Translation of vacancy in Spanish:

vacancy

Pronunciation: /ˈveɪkənsi/

noun/nombre (plural -cies)

  • 1 countable/numerable 1.1 (job) vacante (feminine) a vacancy exists for an electrician se necesita or se busca electricista to fill a vacancy cubrir* or proveer* una vacante vacancies ofertas de trabajo
    More example sentences
    • The Pre-School Playgroup has a temporary vacancy for a Playgroup Assistant.
    • As part of the development of our Psychology Service, vacancies have arisen for assistant psychologists.
    • I recently posted an advertisement for a vacancy and want to avoid discriminating against minority groups.
    1.2 (in hotel) habitación (feminine) libre vacancies hay habitaciones no vacancies completo, cupo agotado (Mexico/México)
    More example sentences
    • There are many holiday accommodation vacancies.
    • After a minor argument, we pulled up in front of an older hotel with vacancies and checked in.
    • Across the road, the Craigdarroch Arms Hotel has vacancies, as do various guest houses.
  • 2 uncountable/no numerable (blankness) vacuidad (feminine)
    More example sentences
    • He was sitting towards the back of the vehicle, staring with a fixed expression into vacancy.
    • Primitive peoples have more time than we for contemplation, and we err in thinking that when an Aborigine is sitting, apparently idle, looking into vacancy, his mind is necessarily blank.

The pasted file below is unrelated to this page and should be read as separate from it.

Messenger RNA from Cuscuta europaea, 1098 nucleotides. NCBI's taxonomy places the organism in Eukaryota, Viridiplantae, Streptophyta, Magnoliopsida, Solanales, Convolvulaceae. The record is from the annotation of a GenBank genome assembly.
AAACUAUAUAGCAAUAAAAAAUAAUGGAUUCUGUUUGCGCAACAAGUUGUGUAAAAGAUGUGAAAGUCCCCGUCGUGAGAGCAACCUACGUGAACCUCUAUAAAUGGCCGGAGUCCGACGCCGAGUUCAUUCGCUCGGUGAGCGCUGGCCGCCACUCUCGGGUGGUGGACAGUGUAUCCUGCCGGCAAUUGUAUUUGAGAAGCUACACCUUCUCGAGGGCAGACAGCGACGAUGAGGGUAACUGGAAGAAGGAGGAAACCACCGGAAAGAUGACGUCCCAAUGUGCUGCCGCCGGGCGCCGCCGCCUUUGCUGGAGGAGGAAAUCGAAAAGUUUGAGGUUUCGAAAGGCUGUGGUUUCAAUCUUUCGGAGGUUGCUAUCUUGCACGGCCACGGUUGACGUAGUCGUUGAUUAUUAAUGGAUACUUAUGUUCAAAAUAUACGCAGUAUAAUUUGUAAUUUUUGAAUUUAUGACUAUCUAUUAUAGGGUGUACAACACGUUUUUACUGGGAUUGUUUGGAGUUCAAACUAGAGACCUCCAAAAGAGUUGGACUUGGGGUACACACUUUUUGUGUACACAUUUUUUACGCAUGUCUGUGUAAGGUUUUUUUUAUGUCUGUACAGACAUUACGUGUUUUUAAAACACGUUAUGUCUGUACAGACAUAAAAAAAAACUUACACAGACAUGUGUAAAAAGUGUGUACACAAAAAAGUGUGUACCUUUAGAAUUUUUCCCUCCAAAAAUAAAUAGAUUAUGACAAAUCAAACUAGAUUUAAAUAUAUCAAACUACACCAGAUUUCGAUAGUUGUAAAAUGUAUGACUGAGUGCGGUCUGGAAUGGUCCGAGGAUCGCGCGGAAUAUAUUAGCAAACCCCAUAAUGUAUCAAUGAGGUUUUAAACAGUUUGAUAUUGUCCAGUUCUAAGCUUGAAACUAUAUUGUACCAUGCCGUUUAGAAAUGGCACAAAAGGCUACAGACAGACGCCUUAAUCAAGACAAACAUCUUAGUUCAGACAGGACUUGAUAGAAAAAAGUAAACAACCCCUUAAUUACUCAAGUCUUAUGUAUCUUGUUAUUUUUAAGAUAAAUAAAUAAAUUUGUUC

• There's something about winter and snow that eliminates sound, and in that immense and roofless vacancy you sense another presence, something that doesn't move.

Definition of vacancy in:

Get more from Oxford Dictionaries

Subscribe to remove ads and access premium resources

Word of the day sigla
f
abbreviation …
Cultural fact of the day

Spain had three civil wars known as the guerras carlistas (1833-39, 1860, 1872-76). When Fernando VII died in 1833, he was succeeded not by his brother the Infante Don Carlos de Borbón, but by his daughter Isabel, under the regency of her mother María Cristina. This provoked a mainly northern-Spanish revolt, with local guerrillas pitted against the forces of the central government. The Carlist Wars were also a confrontation between conservative rural Catholic Spain, especially the Basque provinces and Aragón, led by the carlistas, and the progressive liberal urban middle classes allied with the army. Carlos died in 1855, but the carlistas, representing political and religious traditionalism, supported his descendants' claims until reconciliation in 1977 with King Juan Carlos.